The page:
F2.8, full size.

http://i1172.photobucket.com/albums/r571/djronnebaum/Kalt%2028mm/IMGP0736_zps92891128.jpg

Cropped to what seems most sharp. Note: This crop of the -736 full size seems sharpest at the post closer to me, not the one I am actually focused on.

http://i1172.photobucket.com/albums/r571/djronnebaum/Kalt%2028mm/IMGP0736_crop_zpscf6146e5.jpg

F8, full size.

http://i1172.photobucket.com/albums/r571/djronnebaum/Kalt%2028mm/IMGP0738_zps4d9021d3.jpg

Cropped. Sharpness has moved to about where it should be, probably about a foot or so closer to me than it should be, but it's better.

http://i1172.photobucket.com/albums/r571/djronnebaum/Kalt%2028mm/IMGP0738_crop_zpse33c0ea9.jpg


Something I noticed when I was getting ready to mount the Kalt back on my camera; there's very quiet clicking or ticking sounds if I roll the lens over front to back. Just slowly rolling it from face to mount up, and back again, will produce these sounds. This seems Not Good.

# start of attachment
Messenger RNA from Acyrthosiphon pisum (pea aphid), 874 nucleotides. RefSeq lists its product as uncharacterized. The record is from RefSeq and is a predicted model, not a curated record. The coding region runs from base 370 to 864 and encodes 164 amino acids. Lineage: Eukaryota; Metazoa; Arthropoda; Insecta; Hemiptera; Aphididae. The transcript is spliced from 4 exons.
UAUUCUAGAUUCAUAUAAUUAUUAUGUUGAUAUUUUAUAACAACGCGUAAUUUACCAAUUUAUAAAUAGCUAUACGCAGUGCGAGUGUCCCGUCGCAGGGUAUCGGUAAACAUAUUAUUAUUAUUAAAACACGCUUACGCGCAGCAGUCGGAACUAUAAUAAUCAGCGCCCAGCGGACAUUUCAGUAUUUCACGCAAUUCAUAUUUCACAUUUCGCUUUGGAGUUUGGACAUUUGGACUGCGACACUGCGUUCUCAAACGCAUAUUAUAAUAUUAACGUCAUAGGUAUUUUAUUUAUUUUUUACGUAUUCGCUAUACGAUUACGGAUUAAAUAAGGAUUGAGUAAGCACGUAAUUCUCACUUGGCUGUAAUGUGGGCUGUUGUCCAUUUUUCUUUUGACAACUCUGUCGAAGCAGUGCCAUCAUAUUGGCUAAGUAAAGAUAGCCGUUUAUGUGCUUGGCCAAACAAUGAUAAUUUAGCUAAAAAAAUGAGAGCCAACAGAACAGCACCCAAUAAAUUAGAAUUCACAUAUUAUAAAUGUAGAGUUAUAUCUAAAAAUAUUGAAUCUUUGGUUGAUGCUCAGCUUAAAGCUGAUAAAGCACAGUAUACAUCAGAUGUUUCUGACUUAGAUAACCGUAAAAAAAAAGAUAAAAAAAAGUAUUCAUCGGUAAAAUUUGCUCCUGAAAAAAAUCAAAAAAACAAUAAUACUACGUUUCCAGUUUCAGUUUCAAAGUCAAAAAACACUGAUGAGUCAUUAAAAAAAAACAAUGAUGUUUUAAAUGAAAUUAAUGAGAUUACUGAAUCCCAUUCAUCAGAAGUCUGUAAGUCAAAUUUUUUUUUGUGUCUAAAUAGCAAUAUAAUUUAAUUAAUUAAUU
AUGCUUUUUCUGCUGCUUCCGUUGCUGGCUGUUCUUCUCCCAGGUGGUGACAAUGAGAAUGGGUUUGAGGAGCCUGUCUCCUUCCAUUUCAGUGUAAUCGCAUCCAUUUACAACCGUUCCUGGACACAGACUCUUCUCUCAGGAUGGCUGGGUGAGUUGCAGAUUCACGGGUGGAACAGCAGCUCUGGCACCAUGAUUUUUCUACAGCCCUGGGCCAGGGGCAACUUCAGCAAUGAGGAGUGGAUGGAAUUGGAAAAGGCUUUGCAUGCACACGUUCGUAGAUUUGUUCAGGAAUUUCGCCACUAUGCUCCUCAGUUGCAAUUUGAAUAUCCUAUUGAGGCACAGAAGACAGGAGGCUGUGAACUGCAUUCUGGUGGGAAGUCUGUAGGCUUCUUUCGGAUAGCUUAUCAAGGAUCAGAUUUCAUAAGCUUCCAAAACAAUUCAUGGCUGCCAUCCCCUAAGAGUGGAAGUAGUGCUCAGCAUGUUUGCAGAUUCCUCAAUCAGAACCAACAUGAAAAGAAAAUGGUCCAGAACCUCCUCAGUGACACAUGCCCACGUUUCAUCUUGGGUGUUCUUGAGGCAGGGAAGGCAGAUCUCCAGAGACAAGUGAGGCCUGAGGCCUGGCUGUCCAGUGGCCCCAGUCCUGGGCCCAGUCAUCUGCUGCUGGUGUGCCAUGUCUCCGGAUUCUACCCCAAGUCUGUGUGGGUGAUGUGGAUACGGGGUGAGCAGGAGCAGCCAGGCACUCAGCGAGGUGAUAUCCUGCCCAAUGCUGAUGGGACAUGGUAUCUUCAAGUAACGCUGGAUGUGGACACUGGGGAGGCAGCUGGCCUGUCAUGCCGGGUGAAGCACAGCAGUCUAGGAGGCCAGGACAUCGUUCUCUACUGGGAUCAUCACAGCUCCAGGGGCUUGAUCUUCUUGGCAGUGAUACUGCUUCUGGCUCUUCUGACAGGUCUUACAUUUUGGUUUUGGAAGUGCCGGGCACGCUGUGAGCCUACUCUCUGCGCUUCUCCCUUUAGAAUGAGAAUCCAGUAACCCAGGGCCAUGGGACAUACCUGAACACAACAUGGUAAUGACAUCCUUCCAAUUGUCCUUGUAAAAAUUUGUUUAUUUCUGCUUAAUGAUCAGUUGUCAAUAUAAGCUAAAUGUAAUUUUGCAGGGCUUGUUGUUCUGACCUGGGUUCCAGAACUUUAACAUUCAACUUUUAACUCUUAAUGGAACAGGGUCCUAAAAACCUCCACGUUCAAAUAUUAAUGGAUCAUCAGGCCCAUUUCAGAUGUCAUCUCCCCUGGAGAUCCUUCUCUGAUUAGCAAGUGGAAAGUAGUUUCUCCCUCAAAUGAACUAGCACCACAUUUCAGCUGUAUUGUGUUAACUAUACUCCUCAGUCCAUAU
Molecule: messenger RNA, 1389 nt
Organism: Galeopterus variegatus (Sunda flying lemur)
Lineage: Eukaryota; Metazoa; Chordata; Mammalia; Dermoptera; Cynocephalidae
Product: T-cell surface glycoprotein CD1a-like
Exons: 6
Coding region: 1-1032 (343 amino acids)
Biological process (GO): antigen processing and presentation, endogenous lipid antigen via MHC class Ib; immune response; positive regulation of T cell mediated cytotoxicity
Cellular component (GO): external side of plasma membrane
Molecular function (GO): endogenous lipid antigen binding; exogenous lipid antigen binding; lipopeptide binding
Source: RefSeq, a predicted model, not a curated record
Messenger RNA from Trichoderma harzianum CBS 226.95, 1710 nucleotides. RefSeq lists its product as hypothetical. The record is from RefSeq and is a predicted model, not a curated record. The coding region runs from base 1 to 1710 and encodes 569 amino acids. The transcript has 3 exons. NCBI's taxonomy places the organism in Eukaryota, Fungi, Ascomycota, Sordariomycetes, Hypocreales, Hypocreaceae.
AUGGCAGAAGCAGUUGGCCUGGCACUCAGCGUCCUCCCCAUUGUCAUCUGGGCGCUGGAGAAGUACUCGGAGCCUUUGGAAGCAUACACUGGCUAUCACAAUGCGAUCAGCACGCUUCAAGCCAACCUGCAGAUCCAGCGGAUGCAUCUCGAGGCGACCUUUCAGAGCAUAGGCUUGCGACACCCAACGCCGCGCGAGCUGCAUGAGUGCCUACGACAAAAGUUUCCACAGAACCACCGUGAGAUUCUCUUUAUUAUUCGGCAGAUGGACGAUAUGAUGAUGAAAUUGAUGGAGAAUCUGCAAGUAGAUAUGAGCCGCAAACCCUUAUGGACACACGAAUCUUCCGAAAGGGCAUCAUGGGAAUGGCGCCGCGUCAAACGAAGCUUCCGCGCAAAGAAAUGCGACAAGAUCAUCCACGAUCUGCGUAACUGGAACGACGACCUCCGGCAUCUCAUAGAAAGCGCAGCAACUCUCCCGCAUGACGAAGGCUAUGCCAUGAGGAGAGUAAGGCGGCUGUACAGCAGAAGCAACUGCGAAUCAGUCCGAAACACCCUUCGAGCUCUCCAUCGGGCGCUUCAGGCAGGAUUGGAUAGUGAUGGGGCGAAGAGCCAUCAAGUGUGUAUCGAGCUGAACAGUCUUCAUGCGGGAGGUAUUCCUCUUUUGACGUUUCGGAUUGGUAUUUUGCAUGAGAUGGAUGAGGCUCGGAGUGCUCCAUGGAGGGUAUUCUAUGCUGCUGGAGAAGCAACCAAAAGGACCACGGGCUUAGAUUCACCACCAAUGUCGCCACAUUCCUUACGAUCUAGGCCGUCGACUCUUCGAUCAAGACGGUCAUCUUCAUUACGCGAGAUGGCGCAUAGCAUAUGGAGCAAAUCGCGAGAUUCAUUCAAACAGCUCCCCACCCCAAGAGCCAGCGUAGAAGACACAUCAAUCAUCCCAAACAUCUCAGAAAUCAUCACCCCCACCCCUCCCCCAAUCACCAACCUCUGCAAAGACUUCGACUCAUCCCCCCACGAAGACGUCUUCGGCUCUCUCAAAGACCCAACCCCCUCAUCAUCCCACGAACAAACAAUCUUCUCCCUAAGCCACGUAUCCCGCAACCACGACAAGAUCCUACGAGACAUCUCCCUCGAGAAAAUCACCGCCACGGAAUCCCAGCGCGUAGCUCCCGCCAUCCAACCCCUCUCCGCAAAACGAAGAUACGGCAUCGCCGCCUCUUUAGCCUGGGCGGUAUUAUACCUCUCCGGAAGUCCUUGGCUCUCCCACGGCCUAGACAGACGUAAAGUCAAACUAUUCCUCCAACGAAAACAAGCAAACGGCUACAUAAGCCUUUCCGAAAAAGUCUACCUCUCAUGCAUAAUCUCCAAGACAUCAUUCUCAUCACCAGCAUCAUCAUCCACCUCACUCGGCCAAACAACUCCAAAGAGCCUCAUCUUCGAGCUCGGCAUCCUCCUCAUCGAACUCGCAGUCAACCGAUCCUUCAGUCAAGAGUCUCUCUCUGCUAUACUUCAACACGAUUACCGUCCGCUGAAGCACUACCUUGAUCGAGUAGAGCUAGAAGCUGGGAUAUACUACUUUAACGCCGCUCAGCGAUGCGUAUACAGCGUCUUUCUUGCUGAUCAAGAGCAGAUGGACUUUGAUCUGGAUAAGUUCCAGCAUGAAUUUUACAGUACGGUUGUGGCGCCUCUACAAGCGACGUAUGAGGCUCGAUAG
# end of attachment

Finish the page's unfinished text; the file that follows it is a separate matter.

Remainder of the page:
Imageman: You're correct about manual aiming of a lens like this, really in general. I appreciate your help on this one. I wanted to make sure I was following your "test plan", so to speak, in the way that most matched what you hoped to review from this lens.

marcusBMG: Thanks for the advice on how to best use LV. With it at standard magnification, I didn't find the function to be worth much here, but 4x and 6x are extremely useful.
05-04-2014, 12:35 PM   #27
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Another thing to keep in mind when trying to manually focus - you have to make sure your camera diopter setting is set for your eyesight. Otherwise, most every manually focused photo you take will be out of focus.
05-04-2014, 12:51 PM   #28
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QuoteOriginally posted by pres589 Quote